The Risk Management and Monitoring Practices of Local and Foreign Banks in Taiwan: An Empirical Study
Wu, Chiou-Huey, Huang, Chien-Sen, International Journal of Management
This study examines the risk and capital management and monitoring practices of banks in Taiwan's banking sector, using VaR (Value at Risk) analyses in term of the Basel rulings of good practice. The purpose of the study is to these practices in the local and foreign banks that comprise the Taiwan banking industry. The main conclusions of this analysis are that support from top management is essential for the risk mechanism, and that providing global VaR and EaR (Earnings at Risk) summaries are essential for local banks.
Based on a questionnaire survey of 26 local banks conducted at the end of March 2002 by the Central Bank in Taiwan, in relation to responses by local banks to the new 2001 Capital Accord model for managing risks, six banks plan to adopt the basic internal evaluation method when evaluating capital for credit risk, while the remaining twenty banks plan to adopt the standard method. Amongst the banks that were surveyed, thirteen said that they would be establishing credit risk models, while the remainder indicated they would not, because of the difficulties in establishing such a model. In principle, the policy of Taiwan's Ministry of Finance advocates using both mechanisms simultaneously and redefining categories of, and provisions for, bad debts so as to be consistent with international standards.
Bank Risk and Capital Adequacy Management
In 1988 the Basel Committee first adopted the Report on "International Uniformity for Capital Adequacy Assessment & Standards" (i.e. the 1988 Capital Agreement) submitted by the Bank Management Monitoring Committee of the International Clearance Bank, requiring banks to maintain a capital adequacy of at least 8% based on assets calculated by risk weighting. The Basel Accord in 1998 took into account the qualifying capital of a bank in taking on market risks and imposed certain restrictions: (1 ) Tier III risk-based capital may not exceed 250% of Tier I capital that has already been allocated to take on market risks (Tier III capital ≤ 250% × Tier I capital); (2) Tier I capital shall represent at least half of total basic risk capital. The Accord also applies to bank holding companies, so as to ensure that the risk of the entire financial group can be properly evaluated.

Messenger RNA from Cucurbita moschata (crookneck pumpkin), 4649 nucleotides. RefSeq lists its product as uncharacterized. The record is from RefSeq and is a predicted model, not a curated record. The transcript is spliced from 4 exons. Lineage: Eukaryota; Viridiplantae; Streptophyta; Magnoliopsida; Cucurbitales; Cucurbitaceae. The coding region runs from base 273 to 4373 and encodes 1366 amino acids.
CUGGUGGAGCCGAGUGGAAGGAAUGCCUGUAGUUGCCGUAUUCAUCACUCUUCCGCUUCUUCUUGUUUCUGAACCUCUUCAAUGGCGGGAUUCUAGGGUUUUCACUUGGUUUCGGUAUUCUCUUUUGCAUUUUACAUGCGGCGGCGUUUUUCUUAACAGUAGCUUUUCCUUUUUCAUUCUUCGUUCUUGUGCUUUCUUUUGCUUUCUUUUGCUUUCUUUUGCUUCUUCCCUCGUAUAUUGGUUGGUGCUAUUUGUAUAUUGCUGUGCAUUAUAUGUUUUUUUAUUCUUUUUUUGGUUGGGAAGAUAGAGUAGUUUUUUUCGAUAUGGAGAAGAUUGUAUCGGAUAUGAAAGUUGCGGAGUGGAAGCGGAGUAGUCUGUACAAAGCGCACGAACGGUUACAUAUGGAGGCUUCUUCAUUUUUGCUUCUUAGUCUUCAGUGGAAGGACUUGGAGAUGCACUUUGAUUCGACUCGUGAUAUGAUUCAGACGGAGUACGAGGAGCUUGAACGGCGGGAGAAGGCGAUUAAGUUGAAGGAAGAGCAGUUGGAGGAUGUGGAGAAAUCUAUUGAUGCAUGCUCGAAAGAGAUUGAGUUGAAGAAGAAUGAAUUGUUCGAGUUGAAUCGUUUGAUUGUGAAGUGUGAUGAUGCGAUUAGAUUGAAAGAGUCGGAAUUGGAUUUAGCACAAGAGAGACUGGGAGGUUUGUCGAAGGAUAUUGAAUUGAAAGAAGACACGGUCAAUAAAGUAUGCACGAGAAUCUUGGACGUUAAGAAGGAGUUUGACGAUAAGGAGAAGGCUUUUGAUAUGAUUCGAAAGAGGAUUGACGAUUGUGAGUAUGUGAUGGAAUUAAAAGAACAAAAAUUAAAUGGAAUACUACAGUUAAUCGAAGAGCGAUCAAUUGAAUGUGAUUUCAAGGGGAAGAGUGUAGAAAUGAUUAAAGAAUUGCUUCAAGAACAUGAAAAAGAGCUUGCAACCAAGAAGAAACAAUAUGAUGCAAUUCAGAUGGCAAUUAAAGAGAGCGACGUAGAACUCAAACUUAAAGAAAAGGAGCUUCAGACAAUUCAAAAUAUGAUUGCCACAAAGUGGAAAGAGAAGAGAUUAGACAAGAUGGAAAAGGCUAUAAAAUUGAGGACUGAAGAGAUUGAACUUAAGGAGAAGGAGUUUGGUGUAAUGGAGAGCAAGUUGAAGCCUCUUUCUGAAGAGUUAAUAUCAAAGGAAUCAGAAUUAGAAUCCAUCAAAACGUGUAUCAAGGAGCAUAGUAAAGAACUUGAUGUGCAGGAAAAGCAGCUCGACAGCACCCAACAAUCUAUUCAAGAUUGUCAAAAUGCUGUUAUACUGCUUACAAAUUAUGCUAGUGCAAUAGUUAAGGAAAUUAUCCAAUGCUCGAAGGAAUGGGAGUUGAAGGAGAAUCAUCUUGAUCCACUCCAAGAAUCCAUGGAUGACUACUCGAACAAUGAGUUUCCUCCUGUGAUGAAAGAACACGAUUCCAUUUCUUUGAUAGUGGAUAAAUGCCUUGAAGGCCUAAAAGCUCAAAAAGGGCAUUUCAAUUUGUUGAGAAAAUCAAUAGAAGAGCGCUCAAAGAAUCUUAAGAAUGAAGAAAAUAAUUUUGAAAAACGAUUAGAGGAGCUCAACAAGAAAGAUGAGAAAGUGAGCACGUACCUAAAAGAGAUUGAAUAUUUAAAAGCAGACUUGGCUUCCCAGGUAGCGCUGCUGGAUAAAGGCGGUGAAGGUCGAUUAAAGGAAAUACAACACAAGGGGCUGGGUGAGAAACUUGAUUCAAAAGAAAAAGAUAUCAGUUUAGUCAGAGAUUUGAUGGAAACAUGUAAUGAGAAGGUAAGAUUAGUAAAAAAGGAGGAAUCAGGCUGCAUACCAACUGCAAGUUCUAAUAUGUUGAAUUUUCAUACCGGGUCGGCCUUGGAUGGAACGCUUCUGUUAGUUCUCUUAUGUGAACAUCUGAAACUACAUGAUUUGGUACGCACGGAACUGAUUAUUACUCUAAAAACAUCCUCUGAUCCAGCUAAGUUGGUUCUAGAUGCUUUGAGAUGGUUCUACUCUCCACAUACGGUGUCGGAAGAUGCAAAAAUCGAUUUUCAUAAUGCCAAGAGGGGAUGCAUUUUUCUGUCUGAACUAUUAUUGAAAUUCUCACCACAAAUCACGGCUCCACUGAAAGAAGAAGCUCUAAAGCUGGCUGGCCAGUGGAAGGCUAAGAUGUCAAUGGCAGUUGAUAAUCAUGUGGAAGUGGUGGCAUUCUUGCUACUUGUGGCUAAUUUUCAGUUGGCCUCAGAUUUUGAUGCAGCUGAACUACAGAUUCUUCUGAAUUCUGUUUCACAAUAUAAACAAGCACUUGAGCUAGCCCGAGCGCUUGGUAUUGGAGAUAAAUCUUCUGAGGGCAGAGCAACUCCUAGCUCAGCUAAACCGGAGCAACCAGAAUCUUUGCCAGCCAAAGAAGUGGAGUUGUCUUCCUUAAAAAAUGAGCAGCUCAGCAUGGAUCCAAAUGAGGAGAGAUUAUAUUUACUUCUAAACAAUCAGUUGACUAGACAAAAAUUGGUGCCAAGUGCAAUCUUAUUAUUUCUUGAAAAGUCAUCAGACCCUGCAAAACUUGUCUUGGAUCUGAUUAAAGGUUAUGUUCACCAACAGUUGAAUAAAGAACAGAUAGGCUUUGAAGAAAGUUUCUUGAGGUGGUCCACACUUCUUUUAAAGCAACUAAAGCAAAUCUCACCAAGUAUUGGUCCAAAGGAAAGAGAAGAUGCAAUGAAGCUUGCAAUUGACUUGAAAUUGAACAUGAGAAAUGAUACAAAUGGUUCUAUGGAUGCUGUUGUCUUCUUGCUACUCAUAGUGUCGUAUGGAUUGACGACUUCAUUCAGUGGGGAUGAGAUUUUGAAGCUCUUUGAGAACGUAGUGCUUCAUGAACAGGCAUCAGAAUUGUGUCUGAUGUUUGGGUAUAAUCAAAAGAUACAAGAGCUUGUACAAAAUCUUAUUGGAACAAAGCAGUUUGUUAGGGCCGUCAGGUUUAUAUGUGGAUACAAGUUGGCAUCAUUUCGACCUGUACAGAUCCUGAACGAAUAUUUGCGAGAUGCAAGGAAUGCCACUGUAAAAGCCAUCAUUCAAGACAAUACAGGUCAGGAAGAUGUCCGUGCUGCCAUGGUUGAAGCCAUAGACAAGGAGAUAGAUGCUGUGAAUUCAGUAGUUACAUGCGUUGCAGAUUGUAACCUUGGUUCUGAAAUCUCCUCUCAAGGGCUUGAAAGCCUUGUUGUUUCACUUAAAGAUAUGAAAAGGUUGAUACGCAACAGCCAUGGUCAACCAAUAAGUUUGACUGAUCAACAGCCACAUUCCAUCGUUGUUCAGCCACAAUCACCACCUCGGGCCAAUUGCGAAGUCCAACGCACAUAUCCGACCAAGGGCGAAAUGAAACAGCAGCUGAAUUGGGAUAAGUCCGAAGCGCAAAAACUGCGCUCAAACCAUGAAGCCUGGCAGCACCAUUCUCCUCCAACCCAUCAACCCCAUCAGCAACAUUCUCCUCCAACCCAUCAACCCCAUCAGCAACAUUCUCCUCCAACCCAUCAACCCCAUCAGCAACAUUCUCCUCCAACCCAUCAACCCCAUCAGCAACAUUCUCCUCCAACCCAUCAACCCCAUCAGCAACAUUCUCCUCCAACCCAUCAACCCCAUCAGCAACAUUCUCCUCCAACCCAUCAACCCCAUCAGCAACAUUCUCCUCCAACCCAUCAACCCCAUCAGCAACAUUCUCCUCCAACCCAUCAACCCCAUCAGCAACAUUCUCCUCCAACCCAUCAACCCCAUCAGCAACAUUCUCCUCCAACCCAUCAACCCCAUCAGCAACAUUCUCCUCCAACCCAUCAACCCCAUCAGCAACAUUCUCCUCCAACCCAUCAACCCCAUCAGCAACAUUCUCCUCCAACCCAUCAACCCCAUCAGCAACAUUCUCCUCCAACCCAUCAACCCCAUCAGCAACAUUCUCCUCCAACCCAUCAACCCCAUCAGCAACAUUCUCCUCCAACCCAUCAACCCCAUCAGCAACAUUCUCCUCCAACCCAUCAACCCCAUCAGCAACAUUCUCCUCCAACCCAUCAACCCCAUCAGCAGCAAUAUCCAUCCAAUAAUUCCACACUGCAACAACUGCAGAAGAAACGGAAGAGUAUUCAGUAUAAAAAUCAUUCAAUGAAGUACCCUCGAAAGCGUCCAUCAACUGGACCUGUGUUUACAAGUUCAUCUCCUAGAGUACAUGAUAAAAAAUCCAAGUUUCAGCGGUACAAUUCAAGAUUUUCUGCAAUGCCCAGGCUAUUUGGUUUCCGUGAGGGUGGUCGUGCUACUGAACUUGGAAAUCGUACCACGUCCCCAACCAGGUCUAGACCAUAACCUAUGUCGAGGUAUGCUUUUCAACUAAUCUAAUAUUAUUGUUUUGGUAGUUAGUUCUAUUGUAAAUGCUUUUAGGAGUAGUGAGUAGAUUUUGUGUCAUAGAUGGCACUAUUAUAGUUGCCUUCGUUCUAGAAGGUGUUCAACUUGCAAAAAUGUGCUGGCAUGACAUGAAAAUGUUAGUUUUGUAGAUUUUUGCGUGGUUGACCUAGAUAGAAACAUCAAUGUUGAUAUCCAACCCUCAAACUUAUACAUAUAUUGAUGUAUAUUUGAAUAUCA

A proposal for a new Basel Accord was publicly announced on January 16, 2001. If adopted, contents of this proposal will be significant in the new accord. The Basel committee expects the new Accord to take force in 2005. The proposal for the new accord more accurately reflects the risks faced by financial institutions in their capital requirements, and will provide banks and monitoring institutions with different ways of evaluating capital adequacy. Some essential approaches in calculating the capital adequacy ratio are:
(I) The Standardized approach
The standardized approach was proposed by the Basel Committee in 1992 and is referred to as such, because its calculation method and determination of factors are all highly standardized and detailed. Taiwan has adopted this in its new capital adequacy regulations as one of the methods for calculating market risk. The model is based on a "building blocks" framework, where VaR's for interest risk, securities risk, exchange risk, and product risk are evaluated separately, applied as standard VaRs for different types of market risk capital, and then these types of market risk capital are aggregated to give the overall market risk-based capital.
(II) The Internal model approach